Our company runs a network of large content, ad-supported websites. Before we discovered IPBlock, we had three main problems with no clear solution.
Firstly, when we examined our logs, we saw that about half of our traffic came from sources that either did not benefit us or were just clearly malicious. Those sources included various site scrapers, research or marketing crawlers, exploits, password attacks, and many other similar varieties.
Secondly, we would encounter sporadic DDoS attacks. Several of the attacks were prolonged, while most were probing in nature and would last from several minutes to an hour. These attacks sometimes caused service interruptions and significantly increased our hosting costs due to bandwidth overages and the need to maintain excessive infrastructure capacity.
Finally, our ad partners complained about a noticeable portion of our traffic coming from robotic sources. This reduced the perceived quality of our sites and, in turn, the advertising rates we would receive. Though we could trace most of this robotic traffic to public clouds such as Google or AWS, as well as other data centers, we needed a more straightforward method of detecting a significant portion of it due to its variety and sophisticated methods of obfuscation.
We needed a solution that would address these three issues in a simple, manageable, and transparent way.
We use our own CDN that runs on 15 Windows servers collocated around the World. In addition, there are several other servers that we use for “command and control”: back-office processing, analytics, and exchange services. We have a large global audience that accesses our services primarily via browsers, mobile apps, and API.
Our servers are open to the World as:
First, as recommended by IPBlock, we created a custom IP set of all our own IPs for whitelisting on all our rules.
The rules themselves vary depending on the port purpose.
We created two combinations of IP multisets and rules for public ports that receive most of the traffic.
The first is permanent and runs constantly, and its multiset blocks a superset of compromised computers and datacenters, the IP sets provided and maintained by IPBlock.
After enabling this rule, we noticed an immediate drop in bad traffic by as much as 80%. At the same time, there were no complaints from users who could not access our service. We have not had any DDoS attacks since we enabled this rule, but we collected IPs from the previous attacks and tested a random set of them against our blocking multiset using the IPBlock test feature. The test showed that the new rule would mitigate over 80% of the attack, so we are optimistic that our infrastructure will hold up well in the case of future attacks.
The second rule we created is traffic-conditional and precautionary.
We have not yet seen it activated, but we feel safer knowing it is there. Here is how we set it up. The IP multiset for this rule is much broader and, in addition to compromised computers and datacenters, also blocks all the countries that are not critical for our revenues and second-tier search engines. The rule is set to activate when incoming requests (packets per second) are 5 times greater than our normal pic levels. In other words, it is set to activate in case of an attack.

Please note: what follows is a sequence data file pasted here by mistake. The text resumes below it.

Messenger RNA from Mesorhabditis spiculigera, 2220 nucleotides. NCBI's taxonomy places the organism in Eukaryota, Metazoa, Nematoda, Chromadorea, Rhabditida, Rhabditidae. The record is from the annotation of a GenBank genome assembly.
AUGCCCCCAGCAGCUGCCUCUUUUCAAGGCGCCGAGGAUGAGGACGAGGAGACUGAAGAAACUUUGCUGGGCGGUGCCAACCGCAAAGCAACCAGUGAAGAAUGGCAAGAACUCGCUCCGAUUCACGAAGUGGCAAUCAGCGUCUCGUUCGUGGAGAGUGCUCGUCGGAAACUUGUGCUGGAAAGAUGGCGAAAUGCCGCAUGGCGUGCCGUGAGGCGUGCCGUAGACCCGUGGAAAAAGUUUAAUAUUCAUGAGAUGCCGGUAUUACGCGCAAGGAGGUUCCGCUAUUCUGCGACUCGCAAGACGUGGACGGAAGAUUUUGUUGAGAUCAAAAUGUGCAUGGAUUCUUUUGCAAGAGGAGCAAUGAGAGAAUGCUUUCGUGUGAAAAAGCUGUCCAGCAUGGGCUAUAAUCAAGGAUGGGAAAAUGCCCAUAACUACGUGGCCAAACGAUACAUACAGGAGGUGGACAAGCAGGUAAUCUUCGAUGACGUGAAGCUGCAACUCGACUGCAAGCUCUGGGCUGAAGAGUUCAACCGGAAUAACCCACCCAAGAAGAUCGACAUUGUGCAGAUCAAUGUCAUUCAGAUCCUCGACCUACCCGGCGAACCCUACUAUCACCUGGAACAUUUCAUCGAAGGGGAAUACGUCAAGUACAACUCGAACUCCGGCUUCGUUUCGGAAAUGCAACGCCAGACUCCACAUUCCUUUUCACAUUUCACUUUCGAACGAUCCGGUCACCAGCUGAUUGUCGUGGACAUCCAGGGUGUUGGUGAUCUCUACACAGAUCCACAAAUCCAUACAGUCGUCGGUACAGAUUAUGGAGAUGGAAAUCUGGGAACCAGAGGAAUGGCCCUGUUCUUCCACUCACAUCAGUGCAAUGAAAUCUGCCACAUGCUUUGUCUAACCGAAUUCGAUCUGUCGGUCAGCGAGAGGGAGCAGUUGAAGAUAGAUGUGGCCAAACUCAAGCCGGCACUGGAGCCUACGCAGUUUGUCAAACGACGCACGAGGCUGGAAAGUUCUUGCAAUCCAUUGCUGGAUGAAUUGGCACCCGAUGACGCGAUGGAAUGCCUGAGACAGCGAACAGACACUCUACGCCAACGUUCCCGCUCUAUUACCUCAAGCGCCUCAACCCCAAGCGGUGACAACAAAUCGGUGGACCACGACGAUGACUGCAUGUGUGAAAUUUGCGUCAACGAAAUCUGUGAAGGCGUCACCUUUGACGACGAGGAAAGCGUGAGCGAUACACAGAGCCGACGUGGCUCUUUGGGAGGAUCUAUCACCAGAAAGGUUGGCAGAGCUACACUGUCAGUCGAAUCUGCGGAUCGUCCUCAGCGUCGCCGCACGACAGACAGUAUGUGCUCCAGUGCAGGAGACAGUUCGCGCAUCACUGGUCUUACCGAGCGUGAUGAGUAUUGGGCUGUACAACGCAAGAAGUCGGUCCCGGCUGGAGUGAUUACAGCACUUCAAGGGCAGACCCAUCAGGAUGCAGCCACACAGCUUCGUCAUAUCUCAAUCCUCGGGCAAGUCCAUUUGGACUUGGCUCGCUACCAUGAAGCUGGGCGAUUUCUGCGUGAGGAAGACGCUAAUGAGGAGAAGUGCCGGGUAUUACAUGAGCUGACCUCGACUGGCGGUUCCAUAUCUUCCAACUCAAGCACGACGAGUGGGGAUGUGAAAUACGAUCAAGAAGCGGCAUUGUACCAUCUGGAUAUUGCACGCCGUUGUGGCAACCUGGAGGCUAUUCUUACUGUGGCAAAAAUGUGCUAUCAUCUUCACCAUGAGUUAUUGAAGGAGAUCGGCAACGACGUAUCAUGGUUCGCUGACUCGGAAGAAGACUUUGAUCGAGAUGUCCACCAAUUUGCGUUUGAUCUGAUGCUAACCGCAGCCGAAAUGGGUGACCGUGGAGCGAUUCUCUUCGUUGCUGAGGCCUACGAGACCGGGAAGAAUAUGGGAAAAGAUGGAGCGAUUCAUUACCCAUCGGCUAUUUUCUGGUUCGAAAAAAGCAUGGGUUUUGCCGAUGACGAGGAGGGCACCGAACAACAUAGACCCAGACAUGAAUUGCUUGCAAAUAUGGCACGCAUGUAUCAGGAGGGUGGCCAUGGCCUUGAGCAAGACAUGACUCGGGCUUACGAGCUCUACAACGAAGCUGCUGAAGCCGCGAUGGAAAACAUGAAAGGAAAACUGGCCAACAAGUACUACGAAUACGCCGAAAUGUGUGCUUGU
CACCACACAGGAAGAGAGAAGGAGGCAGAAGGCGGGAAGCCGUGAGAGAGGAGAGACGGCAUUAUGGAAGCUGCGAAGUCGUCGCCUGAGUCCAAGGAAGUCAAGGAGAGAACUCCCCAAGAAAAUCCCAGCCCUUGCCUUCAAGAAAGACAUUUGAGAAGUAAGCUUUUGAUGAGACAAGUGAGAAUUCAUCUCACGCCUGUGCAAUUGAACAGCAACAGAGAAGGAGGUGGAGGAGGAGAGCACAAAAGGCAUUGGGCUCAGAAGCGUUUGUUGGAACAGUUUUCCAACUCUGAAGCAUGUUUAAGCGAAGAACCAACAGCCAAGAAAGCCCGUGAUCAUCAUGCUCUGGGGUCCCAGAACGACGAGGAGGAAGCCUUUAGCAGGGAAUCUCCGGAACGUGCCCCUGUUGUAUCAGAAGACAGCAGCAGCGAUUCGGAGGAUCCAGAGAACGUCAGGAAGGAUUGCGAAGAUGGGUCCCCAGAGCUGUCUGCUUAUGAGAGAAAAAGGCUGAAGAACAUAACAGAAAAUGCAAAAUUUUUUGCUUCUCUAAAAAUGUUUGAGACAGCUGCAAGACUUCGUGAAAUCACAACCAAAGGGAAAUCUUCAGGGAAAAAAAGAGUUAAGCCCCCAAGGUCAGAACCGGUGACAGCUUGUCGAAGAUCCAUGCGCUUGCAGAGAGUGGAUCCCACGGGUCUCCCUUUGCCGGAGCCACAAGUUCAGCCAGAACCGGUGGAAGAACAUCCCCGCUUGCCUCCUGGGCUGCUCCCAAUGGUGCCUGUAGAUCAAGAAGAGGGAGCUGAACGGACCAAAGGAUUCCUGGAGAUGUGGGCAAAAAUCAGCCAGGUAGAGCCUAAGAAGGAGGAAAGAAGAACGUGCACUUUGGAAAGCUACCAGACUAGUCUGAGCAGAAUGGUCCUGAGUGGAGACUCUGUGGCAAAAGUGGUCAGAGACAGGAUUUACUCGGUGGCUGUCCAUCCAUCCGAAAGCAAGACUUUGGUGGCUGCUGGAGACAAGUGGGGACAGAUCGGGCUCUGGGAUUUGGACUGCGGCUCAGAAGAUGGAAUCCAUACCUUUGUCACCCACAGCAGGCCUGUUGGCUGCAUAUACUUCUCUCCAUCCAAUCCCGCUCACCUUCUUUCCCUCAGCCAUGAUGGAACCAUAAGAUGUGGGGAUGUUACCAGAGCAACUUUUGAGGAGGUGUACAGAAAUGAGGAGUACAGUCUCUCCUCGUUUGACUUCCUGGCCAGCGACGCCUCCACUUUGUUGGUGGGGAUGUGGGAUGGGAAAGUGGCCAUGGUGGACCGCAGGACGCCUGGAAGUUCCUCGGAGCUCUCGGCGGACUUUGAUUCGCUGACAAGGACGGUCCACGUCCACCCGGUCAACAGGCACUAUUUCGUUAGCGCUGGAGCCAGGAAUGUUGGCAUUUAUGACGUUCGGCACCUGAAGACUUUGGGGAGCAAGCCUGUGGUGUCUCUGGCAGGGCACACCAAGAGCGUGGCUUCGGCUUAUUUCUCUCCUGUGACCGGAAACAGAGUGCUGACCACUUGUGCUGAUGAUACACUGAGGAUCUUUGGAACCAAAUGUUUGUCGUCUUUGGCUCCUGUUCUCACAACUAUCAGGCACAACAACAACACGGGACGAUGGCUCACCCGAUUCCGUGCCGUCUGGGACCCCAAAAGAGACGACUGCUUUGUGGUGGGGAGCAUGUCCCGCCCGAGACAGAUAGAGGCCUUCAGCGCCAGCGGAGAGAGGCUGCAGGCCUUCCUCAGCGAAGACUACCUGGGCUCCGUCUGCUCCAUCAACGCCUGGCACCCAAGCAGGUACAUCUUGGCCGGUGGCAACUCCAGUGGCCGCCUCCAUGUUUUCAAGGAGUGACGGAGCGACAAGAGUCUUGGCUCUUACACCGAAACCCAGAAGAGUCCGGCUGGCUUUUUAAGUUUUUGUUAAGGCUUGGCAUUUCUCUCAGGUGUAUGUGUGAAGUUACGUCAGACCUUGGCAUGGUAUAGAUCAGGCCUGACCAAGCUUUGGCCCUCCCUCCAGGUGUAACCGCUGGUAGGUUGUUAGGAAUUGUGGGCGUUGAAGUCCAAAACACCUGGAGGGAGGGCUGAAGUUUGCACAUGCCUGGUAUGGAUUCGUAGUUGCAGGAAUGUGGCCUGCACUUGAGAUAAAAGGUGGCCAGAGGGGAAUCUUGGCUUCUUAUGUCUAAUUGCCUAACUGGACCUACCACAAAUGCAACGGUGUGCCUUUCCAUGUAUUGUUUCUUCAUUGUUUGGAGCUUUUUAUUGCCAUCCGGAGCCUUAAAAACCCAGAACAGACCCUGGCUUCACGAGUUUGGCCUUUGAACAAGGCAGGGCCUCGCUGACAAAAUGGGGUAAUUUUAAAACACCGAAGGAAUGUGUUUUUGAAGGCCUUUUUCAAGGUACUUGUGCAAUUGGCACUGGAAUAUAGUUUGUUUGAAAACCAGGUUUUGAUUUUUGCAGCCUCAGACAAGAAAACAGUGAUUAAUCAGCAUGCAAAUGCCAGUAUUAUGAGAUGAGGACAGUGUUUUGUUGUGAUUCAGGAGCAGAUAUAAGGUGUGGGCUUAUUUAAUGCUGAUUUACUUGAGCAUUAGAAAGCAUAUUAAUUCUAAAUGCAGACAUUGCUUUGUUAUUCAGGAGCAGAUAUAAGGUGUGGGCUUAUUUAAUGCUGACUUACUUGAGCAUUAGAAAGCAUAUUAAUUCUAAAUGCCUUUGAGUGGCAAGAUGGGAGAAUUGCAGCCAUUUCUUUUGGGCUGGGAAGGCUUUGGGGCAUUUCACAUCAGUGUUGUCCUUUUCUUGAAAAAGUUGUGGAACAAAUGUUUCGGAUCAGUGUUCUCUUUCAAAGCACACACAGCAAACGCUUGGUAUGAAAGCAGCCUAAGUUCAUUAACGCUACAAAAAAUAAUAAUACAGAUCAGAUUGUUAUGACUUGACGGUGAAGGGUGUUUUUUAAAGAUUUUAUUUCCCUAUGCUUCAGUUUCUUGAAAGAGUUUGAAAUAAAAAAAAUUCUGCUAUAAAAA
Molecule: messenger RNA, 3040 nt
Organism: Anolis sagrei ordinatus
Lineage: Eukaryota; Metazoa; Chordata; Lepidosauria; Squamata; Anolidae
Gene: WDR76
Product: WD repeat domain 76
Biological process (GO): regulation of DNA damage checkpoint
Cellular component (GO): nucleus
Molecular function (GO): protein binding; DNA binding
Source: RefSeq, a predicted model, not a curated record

Email servers so far have not been a big source of concern for us, but we decided to try IPBlock on SMTP, IMAP, and POP3 ports anyway by blocking the IP list of compromised computers.
Immediately, we saw in the logs a significant drop in malicious traffic and even SPAM. (Good riddance!) As a result, this rule is here to stay.
We have decided to go overboard and block everything that’s not us for our internal ports. We have not found a built-in way in IPBlock to block everything, so we created our own custom IP set that we called “Everything” with the IP range 0.0.0.0-255.255.255.255. We included this set as the blocking set and, as usual, whitelisted our own IPs. The resulting multiset blocks everyone who is not in our list, and we enabled this multiset on all our externally facing servers for admin ports. Afterward, it was a pleasure to re-examine our security logs and see no more failed login attempts from dictionary attacks.
For this issue, we reused our compromised plus datacenter IP multiset with what IPBlock calls "website marking rule":
Then for this rule we enabled tracking:
And, after we added this rule to the server for our main website, we got an ISAPI filter that, for all matching requests, adds a special IPBlock request header. The rest was trivial, just a simple check in the website code for the value of the "Local-IPBlock-Tracking" header. If it equals "CC_DC", replace the usual real-user ad code with some plain house banners. The result? No more ad requests to our ad partners from robotic traffic. We also saw no measurable drop in ad revenues immediately after enabling this code, which indicates that we have not filtered out any valid traffic. Plus, our ad partners report no more issues from our site.
We were able to solve our main problems in a way that:
Two days ago we observed the first attack on our website with IPBlock installed. Thankfully, this attack wasn't massive but we could still see an IPBlock response and estimate its effectiveness in case of possible bigger attacks.
According to IPBlock charts, the incoming request frequency jumped roughly 8-9 times our normal levels with our server responses only doubled. That indicates that the majority of malicious traffic was handled by IPBlock and did not create any significant extra load for our site.